The role of chronic stress in sleep disorders.
The COVID-19 pandemic has had a detrimental impact on the nation's mental health. The implication of several national lockdowns has had a negative impact on many people’s emotional wellbeing and mood.
With many more of us living very busy lives, chronic stress is unavoidable. Additionally, our constantly connected world also means that we are relentlessly bombarded by a constant stream of information, social media, ultra-targeted ads, and mostly negative news. This has had a huge impact on anxiety levels nationwide. We see it first-hand in our clinic every day. The ill-effect restrictions and a constant atmosphere of fear, social distancing and social isolation can have on our clients is truly significant. With many people working from home, routines have changed dramatically. Some people also have homeschooled their children and this has a huge cost. The price to pay is chronic stress and poor eating and sleep patterns.
A recent study revealed that 84% of self-employed people have been affected by poor mental health in the last 12 months. The IPSE, the UK's only not-for-profit membership organisation for the self-employed, exposed a 300% rise. 64% said financial worries was their most concerning problem.
The impact of mental ill health
Snacking has also become a national pastime. Considering that most snacks are ultra-processed, usually made of sugar and grains, low-quality chocolate (for chocolate-flavoured snacks), and a long list of additives, it is not surprising that many people have reported an increase in weight. Vegan and so-called healthy snack are no better if the first ingredient is sugar, no matter the type (e.g., cane sugar, beet sugar, dates, honey or Maltitol).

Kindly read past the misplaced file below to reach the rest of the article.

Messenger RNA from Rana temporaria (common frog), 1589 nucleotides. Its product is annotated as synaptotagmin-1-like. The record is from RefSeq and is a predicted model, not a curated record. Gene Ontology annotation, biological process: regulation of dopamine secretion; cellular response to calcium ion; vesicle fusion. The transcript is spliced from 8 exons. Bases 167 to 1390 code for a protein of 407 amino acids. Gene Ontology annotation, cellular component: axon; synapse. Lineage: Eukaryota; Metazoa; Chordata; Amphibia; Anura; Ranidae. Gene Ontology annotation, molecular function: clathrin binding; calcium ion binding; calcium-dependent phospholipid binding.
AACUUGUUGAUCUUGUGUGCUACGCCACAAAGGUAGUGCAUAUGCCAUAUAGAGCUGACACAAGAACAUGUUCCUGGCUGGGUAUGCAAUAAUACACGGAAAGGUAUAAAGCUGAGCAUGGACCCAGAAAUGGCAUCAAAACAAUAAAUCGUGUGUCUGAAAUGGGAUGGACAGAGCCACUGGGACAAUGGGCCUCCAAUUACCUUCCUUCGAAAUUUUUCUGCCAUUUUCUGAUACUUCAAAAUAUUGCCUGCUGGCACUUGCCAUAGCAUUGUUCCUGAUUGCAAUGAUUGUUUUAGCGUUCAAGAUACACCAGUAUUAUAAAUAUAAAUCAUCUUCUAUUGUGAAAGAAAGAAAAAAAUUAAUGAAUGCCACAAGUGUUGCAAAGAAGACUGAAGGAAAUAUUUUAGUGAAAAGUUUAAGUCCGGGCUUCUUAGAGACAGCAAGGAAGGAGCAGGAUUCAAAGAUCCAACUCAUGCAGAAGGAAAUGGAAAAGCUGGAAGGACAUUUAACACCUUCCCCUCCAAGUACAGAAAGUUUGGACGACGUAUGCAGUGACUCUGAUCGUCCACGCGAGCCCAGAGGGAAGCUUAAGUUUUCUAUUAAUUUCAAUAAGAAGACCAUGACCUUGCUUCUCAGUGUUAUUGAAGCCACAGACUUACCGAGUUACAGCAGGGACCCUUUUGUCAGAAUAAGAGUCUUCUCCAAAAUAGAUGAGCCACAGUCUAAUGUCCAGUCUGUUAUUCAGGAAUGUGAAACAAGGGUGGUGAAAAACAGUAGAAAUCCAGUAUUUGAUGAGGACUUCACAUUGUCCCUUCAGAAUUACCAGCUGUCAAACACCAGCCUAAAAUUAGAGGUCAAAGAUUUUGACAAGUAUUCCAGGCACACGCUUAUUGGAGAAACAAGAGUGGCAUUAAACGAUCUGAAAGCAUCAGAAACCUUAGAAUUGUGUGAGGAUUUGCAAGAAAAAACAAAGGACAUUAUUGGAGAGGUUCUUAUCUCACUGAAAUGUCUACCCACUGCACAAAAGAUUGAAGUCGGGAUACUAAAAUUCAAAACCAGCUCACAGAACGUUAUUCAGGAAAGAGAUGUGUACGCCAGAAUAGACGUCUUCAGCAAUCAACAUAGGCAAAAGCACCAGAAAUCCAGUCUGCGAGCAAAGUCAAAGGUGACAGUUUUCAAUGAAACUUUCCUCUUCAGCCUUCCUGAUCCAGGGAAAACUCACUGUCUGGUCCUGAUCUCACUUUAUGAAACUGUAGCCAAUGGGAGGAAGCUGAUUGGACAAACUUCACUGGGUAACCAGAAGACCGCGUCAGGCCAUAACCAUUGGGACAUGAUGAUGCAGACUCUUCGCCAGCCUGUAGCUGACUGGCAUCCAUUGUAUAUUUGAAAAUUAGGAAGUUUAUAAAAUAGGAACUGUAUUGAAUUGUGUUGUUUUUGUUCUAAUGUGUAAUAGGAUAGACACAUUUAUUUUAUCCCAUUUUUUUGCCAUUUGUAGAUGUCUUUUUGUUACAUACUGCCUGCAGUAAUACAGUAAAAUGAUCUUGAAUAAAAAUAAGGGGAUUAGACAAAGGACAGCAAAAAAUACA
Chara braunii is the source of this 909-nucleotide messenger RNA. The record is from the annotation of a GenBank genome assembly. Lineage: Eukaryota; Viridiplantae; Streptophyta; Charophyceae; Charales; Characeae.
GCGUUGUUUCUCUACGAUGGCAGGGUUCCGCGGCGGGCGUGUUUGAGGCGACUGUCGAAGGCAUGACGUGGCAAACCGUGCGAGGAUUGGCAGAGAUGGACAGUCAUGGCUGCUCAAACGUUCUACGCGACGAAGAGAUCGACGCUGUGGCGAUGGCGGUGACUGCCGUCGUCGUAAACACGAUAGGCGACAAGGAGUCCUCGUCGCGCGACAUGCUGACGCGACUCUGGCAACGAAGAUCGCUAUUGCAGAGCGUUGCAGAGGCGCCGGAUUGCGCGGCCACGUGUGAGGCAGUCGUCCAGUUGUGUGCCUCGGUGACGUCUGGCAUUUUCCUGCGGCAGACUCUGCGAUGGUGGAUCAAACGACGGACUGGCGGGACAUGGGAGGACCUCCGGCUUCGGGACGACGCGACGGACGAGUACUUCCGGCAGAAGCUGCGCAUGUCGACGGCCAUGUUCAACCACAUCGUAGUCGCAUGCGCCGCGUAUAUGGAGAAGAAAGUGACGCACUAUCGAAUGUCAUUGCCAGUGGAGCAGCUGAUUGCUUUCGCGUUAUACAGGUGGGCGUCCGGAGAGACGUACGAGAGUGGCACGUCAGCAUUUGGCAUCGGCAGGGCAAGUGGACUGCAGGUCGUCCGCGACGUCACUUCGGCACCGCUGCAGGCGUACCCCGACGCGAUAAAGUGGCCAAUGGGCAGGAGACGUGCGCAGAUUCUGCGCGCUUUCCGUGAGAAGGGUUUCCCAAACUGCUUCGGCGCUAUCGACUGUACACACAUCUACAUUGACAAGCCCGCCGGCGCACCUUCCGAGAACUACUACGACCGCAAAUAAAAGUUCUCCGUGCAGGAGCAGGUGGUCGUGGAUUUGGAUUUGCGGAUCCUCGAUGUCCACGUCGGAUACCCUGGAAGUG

An instant reward for the brain, sugar is thus highly addictive. It can disrupt circadian rhythms and affect your sleep. High blood sugar is indeed a problem. Insulin is produced to reduce the concentration of sugar in the blood to acceptable levels. However, this usually create a negative output (a delayed response: insulin is still produced while blood sugar levels have already stabilised). Whenever blood sugar levels drop the brain instructs the adrenal glands to produce stress hormones to increase blood sugar levels but also leads to more snacking. This creates frequent and severe blood sugar fluctuations (a major cause of stress to the body).
Since sugar is the preferred source of fuel for the brain, repetitive hypoglycaemic episodes can have severe consequences on the long-term, affecting every system in the body, particularly the central nervous system. This translates into lower cognitive function (poor memory and concentration), brain fog and fatigue. Never quite feeling your best, tired, and unable to sustain enough energy, your mood may also be impacted. You may become more prone to anxiety and even depression.
Chronic stress, anxiety and depression affect the HPA axis. If left unaddressed, over-activation of the HPA axis can generate physiological changes in the brain and affect your behaviours and sleep, reducing sleeping time and quality of sleep. You may find difficult to fall asleep and stay asleep. Not feeling refreshed upon rising can lead to abuse of (or addiction to) caffeine, sugar or other stimulant, in order to sustain energy levels at the most crucial time of the day: the morning. A time when cortisol levels are at their highest. Cortisol is what wakes up in the morning and provide enough energy to go about our day. This is why you may, at time, feel ‘fine’ even without breakfast.
Stress-induced insomnia is indeed a problem because stress leads to poor sleep and chronic sleep depravation is a major stressor for the body. Furthermore, natural repair and healing processes mostly occur during the stages of deep sleep. Missing out on sleep can, therefore, affect every organ and tissue in the body. Debris, toxins and waste are excreted from the brain under the action of the glymphatic system, the immune system of the brain. The glymphatic system is only effective during deep sleep. Accumulation of metabolic waste and toxins in the brain can affect the way we think and feel, and can lead to neurodegeneration and mental disorders on the long-term.
Conditions linked to cognitive dysfunction include all forms of dementia, including Alzheimer's disease, and Parkinson’s disease. This is why stress-induced insomnia should not be ignored. The priority should be to address the causes of stress, re-align circadian rhythms and re-establish healthy seeping patterns.
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. Centre for Mental Health. (2017). Mental health at work: The business costs ten years on [Internet]. Available from: centreformentalhealth.org.uk
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Registered Naturopath, Nutritional Therapist, Iridologist, Lecturer, NLP practitioner and Personal Performance Coach.
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